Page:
rough-skinned newt

The rough-skinned newt has long been in an evolutionary arms race with the garter snake, to the point where its skin has become extremely toxic. EnlargePhoto credit: © Visuals Unlimited/Corbis


Remarkably, it only took a few years for scientists to test Thompson’s model—and find support for it. Some looked at pine trees and birds that spread their seeds, others at bacteria and the viruses that infect them, still others at the rough-skinned newts and their garter snake predators. In each case, they discovered an intricate landscape of coevolutionary hotspots and coldspots, just as Thompson predicted.

Insights like these are some of the most important in evolution, particularly for our own well-being. We depend on ecosystems for many services, and in many cases those services are only possible thanks to coevolution. Many of the plants we depend on for food and building materials, for example, have coevolved with fungi that help them get nutrients out of the soil. They also depend on pollinating animals in many cases to reproduce. We, too, have coevolved with friendly microbes and harmful ones (see “Evolutionary medicine” entry).


Unfortunately, over the past decade, it has become increasingly clear that the world’s biodiversity is imperiled on a scale unmatched for millions of years. As forests are cleared, oceans acidified, diseases spread, and the atmosphere warmed, many species face serious threats to their survival. While this wave of extinctions is new, the history of life has seen many pulses in which vast numbers of species have been wiped out. Studies on extinction are revealing that it has a profound influence on the evolutionary process itself, reorganizing entire ecosystems and offering new opportunities for surviving species to exploit the niches left empty by vanished ones.

Earth from space

Our planet has suffered five mass extinctions in the roughly three billion years since life first evolved. Many scientists believe it is now facing its sixth, this one caused by us. EnlargePhoto credit: © NASA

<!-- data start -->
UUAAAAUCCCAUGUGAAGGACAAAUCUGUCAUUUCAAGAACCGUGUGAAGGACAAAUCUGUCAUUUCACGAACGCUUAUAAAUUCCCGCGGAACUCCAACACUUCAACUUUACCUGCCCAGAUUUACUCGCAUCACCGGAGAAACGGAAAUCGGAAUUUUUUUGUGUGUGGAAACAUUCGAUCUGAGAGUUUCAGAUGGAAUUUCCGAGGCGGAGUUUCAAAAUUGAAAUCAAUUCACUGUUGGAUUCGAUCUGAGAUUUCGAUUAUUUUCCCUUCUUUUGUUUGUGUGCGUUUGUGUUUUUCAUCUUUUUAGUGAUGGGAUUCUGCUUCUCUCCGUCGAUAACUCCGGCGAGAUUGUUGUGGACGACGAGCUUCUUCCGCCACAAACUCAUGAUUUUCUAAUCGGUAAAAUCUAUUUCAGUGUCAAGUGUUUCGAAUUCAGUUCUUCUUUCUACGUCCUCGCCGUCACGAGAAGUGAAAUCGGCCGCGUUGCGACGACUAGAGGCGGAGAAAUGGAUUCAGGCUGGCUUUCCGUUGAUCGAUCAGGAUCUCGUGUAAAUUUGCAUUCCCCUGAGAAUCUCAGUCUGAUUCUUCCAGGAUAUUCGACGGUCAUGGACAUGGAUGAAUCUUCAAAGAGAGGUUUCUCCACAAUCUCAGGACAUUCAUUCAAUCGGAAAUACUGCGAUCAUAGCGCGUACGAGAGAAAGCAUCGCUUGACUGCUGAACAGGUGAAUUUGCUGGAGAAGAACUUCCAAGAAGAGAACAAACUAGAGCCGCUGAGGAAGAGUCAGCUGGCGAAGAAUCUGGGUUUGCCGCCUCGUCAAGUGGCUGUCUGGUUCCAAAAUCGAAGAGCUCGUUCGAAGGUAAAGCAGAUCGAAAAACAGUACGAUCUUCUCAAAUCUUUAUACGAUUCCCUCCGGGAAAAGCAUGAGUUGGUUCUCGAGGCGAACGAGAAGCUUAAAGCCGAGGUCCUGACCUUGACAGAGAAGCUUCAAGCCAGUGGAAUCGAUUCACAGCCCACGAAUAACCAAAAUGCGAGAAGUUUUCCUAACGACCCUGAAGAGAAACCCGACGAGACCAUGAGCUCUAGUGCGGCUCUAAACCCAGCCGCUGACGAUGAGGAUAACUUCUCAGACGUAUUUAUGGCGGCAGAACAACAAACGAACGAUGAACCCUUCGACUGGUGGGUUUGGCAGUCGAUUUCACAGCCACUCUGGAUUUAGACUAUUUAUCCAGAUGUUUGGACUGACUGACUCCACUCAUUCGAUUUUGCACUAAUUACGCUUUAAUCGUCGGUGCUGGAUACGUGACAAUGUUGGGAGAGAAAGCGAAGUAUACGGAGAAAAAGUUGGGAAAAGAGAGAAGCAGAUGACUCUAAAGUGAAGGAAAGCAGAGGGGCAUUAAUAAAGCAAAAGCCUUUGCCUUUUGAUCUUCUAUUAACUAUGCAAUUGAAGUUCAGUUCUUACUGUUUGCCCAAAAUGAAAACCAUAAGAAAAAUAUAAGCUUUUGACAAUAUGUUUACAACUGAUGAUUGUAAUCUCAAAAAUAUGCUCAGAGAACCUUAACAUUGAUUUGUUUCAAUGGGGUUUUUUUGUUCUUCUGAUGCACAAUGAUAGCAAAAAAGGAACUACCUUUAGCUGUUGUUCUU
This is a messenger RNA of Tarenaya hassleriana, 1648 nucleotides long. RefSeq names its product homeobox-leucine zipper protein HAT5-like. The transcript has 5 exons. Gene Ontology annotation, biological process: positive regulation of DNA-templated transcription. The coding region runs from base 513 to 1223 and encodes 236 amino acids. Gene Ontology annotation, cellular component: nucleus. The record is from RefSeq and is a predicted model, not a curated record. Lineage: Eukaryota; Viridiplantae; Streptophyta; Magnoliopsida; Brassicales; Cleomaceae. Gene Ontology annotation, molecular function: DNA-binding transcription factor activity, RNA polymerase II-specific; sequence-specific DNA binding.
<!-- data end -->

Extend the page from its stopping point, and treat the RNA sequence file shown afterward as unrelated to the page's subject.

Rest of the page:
Volcanoes in particular appear to have wreaked a lot of havoc, warming the planet with heat-trapping gases and helping to trigger drastic changes in the ocean’s chemistry. Under some circumstances, these kinds of assaults can trigger ecological collapse.

It can take millions of years for the planet to recover from mass extinctions, and in some important ways it is never quite the same. Some of the groups of species that once dominated the planet were snuffed out in mass extinctions. In the past decade, scientists have seen major shifts in the planet’s ecology—particularly in the oceans—that hint that it is in the midst of yet another reorganization. As coral reefs die off and fish are hauled out of the sea, for example, less familiar forms of life such as jellyfish or even sulfide-belching bacteria may come to dominate the seas.


Now that we live in the genome age, scientists are getting an unprecedented look at how species evolved from common ancestors. That’s because their common ancestry is recorded in their DNA, which is passed down from generation to generation. Using supercomputers and sophisticated new statistical methods to analyze DNA, scientists can test old hypotheses about how species are related to one another. They are starting to resolve some puzzles that previous generations of scientists simply couldn’t crack. Paleontologists have long argued, for example, that our closest living aquatic relatives are lungfishes and coelacanths, a conclusion that geneticists now confirm. Among our primate relatives, chimpanzees and bonobos are now widely recognized as our closest living kin.

three domain tree

A tree of life drawn from DNA studies, with length denoting number of mutations in each branch. Note how animals comprise a very small part of the genetic diversity of life on Earth.EnlargePhoto credit: © Lineworks


DNA is not a magic wand that instantly gives us answers to all our questions, however. At some stages in the evolution of life, many new lineages have evolved over a relatively short period of time. Many of the major groups of animals alive today may have evolved over roughly 50 million years, some 550 million years ago. It can be difficult to make out the details of these periods of life’s history, much as it’s hard to use a telescope to make out individual people on a distant island.

Scientists have found that fungi and animals share a closer ancestry than either does to plants.

At the same time, DNA is revealing new patterns in the history of life. Darwin first envisioned evolution as a tree, with new branches budding off like young branches. Today, that metaphor still has great power to explain. Chimpanzees and bonobos are two branches joined at the base by a common ancestor about two million years ago; our own branch split off from their lineage about seven million years ago. On a far grander scale, scientists have found that fungi and animals share a closer ancestry than either does to plants.